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Naim NSC 222, NAP 250

They’ve taken their time down at the Naim factory in Salisbury: it’s getting on for four years since any new mainstream products were launched, in the form of the still-current Nait amplifiers, although admittedly we have had the eye-wateringly spendy Solstice turntable system – the company’s first record player – and the excellent Uniti Atom HE streaming headphone amp along the way.

Now we see what they’ve been up to all this time, in the form of the all-new NSC 222 streaming preamplifier and the latest iteration of the NAP 250 power amp, a product line going all the way back to the early days of the company, which will be celebrating its 50th anniversary this year. First launched in 1975, the NAP 250 was last updated in 2015, but now – as with the NSC 222 – we have a pretty radical reworking.

That’s obvious as soon as you clap eyes on the newcomers: while they’re still recognisably Naim, the ‘triptych’ casework of the design, with an inset central panel in the fascia, has now gone full-on, an inset running front to back across the lid. But that, and the striking illuminated volume control to the left of the NSC 222’s front panel, isn’t the thing that’s been getting the Naim faithful hot under the collar – instead it’s the fact that the familiar company logo, illuminated green across generations of the company’s products, has gone white and bright (though you can dim it or turn it off if you want).

I get the impression many will want to do just that, judging from the ‘get the pitchforks, grab the flaming torches – we’re storming the castle’ reaction that greeted the first leaked pictures of what Naim’s calling its New Classic models. And that’s before they looked round the back…

You see, gone are Naim’s familiar multipin DIN connections – well, apart from a single one for analogue input on the NSC 222, there to maintained back-compatibility with the rest of the company’s range. And that’s also riled some of those who’d finally got to grips with the range of ‘look the same but are actually different’ connections the company’s used up to now for inputs and outputs, sticking to them when everyone else had standardised on those familiar RCA phono sockets and – in the high-end sector – balanced XLR connections. Can’t imagine it’s pleased too much third-party manufacturers making a range of cables to connect Naims to more conventional hi-fi components, either, as launched along with the New Classics is a selection of its own cables.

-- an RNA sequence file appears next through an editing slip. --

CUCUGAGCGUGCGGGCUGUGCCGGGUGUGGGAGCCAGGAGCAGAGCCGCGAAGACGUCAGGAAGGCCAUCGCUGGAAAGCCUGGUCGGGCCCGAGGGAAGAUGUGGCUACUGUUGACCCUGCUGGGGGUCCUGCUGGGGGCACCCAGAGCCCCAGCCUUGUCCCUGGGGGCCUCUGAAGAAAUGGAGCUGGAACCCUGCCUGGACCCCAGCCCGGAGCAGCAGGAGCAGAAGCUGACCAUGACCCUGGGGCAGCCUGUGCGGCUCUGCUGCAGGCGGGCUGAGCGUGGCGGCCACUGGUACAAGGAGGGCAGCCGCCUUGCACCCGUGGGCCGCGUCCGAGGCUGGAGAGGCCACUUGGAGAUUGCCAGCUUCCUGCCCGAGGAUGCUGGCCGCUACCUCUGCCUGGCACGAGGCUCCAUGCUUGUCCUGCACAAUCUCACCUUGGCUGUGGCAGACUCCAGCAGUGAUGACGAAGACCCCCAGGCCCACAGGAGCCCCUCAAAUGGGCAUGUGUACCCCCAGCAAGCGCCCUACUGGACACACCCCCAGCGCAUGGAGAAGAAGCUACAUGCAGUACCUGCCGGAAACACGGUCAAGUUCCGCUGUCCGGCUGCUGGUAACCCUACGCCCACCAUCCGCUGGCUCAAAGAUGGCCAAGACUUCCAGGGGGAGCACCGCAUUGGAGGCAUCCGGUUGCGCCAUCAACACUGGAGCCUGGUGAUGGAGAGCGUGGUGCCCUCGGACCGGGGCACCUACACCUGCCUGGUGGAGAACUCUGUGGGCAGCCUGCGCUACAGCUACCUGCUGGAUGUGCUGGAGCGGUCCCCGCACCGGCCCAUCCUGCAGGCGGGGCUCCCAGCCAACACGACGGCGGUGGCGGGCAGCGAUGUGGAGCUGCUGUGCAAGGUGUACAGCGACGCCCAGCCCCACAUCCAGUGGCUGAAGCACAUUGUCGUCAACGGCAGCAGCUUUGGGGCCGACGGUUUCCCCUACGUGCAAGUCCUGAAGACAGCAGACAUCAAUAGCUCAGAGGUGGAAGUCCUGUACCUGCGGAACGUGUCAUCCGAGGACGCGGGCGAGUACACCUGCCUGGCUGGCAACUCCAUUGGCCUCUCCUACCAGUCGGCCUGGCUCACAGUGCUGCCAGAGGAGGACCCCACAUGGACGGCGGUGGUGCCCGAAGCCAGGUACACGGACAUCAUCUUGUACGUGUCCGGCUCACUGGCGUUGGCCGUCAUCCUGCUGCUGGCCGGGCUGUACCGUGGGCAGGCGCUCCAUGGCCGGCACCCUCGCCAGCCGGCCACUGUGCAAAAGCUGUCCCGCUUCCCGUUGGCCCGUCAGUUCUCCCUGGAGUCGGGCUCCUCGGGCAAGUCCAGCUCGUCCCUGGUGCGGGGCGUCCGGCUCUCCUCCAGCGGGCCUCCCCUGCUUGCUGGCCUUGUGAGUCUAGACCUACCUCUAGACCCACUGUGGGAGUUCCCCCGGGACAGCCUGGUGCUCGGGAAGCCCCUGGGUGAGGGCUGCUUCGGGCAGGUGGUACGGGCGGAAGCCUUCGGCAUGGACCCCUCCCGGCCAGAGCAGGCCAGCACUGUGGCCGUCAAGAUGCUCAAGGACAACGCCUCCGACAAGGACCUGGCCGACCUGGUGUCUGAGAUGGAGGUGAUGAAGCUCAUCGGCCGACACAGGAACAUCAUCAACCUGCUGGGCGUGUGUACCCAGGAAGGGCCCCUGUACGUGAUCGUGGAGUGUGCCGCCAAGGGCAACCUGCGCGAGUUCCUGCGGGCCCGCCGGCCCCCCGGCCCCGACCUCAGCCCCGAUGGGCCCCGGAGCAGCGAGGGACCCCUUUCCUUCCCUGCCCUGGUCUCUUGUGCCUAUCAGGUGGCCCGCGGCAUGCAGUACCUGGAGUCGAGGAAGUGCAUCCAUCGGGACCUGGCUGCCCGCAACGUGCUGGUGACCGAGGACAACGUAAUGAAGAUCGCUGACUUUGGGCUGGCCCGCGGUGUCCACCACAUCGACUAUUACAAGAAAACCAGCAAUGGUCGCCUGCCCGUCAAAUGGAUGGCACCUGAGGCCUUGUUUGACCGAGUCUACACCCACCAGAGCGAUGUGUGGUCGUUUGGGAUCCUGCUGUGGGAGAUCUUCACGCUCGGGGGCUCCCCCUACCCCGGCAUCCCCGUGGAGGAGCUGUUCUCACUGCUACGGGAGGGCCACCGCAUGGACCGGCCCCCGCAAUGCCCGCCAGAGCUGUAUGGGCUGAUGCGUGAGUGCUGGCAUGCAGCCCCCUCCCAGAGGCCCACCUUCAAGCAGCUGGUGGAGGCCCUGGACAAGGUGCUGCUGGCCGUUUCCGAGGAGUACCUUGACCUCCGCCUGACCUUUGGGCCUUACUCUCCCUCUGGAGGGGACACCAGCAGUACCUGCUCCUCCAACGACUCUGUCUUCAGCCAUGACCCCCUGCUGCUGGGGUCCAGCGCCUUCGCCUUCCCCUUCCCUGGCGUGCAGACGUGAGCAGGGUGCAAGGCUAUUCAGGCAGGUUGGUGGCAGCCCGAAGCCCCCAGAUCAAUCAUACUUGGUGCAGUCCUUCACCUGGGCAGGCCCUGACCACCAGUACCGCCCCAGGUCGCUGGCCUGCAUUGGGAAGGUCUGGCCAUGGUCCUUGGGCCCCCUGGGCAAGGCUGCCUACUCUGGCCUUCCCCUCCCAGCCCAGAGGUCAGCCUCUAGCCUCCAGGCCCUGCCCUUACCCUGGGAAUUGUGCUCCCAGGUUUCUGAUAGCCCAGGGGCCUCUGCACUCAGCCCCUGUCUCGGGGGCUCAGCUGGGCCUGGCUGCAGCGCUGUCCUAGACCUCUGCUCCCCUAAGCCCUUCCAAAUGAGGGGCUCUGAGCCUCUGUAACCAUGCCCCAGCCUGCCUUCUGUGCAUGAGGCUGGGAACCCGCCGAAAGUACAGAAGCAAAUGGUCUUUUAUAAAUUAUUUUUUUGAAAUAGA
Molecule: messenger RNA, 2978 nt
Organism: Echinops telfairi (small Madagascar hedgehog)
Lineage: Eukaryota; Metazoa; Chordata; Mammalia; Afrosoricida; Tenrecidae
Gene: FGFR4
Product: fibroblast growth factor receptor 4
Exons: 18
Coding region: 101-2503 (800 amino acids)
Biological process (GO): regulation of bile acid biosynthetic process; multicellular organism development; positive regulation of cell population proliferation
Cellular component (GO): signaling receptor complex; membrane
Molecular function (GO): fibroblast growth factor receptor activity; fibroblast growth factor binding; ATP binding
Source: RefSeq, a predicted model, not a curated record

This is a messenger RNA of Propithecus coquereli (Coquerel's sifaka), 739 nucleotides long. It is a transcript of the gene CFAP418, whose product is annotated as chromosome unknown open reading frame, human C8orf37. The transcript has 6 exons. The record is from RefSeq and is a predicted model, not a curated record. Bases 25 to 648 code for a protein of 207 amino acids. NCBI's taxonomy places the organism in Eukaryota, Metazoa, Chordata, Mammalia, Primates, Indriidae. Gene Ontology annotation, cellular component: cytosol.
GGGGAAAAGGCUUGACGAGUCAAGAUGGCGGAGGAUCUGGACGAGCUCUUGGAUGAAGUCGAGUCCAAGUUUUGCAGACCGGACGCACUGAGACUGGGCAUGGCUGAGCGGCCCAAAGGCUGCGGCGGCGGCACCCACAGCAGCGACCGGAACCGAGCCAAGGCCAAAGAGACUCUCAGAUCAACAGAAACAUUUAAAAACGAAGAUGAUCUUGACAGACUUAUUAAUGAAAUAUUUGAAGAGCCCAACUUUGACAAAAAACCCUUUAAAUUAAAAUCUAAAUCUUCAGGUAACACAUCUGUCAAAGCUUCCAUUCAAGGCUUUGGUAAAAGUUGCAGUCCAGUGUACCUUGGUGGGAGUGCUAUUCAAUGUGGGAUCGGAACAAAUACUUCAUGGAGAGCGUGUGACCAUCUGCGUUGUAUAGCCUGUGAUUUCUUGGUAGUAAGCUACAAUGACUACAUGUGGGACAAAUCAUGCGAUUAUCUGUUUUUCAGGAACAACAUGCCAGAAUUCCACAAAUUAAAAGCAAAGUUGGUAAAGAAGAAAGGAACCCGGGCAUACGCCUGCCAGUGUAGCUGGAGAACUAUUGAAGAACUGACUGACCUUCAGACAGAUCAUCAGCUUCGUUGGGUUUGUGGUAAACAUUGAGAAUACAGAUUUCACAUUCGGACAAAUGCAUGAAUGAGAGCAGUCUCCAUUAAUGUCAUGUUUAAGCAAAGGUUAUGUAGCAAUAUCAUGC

The new NAC 222 and NAP 250 are so clearly designed to work together – from those balanced connections to system automation to switch the two on and off in unison, either controlled from the streaming pre’s standby button or via Naim’s control app – that it’s almost inevitable that the two will be bought and used together. However, the New Classic products are more compatible with the old than the change of connectors might suggest, and that’s also true of the optional add-on power supply for the NSC 222: the NPX 300 can also be used to upgrade a variety of existing Naim models, while in that model number – note it’s a 300, not a 200 – is a clear sign that more’s to come in this new series.

Naim’s Technical Director Steve Sells says – in a white paper covering the amplifier technology – that ‘New Classic was designed to be our most interoperable, easy-to-use range ever, with improved sound quality and clear upgrade paths,’ and on the showing of these first products, the series certainly delivers. The NSC 222 is as simple to set up and operate as any of the company’s other networked products, thanks in no small part to that excellent control app, while those who prefer their control the old way will like the radio-frequency remote handset, which offers visual feedback on volume control – as if that large rotary on the unit itself wasn’t clear enough.

Aside from network audio, including Spotify, TIDAL, Qobuz, Apple Music, Internet radio and more, the NSC 222 has that single analogue line/DIN input, plus a high-quality moving magnet phono stage for a record player, and four digital inputs – plus USB ports front and back to play music from memory devices. You can even connect a USB CD drive to one port and use the NSC 222 to rip music from it to local USB storage, while there’s also a headphone amp using the same technology as the Uniti Atom Headphone Edition, so even ‘head-fi’ enthusiasts are catered for.

Meanwhile the NAP 250 is a dual mono 100W per channel design, having only balanced inputs – so you’ll need adapter leads if you’re using it with a preamp without balanced outputs – and using technology from Naim’s Statement flagship system, With extensive protection to prevent mishaps when it played loud and long, It’s also designed with energy saving in mind: like the NSC 222, the power amp only consumes 0.5W in standby mode.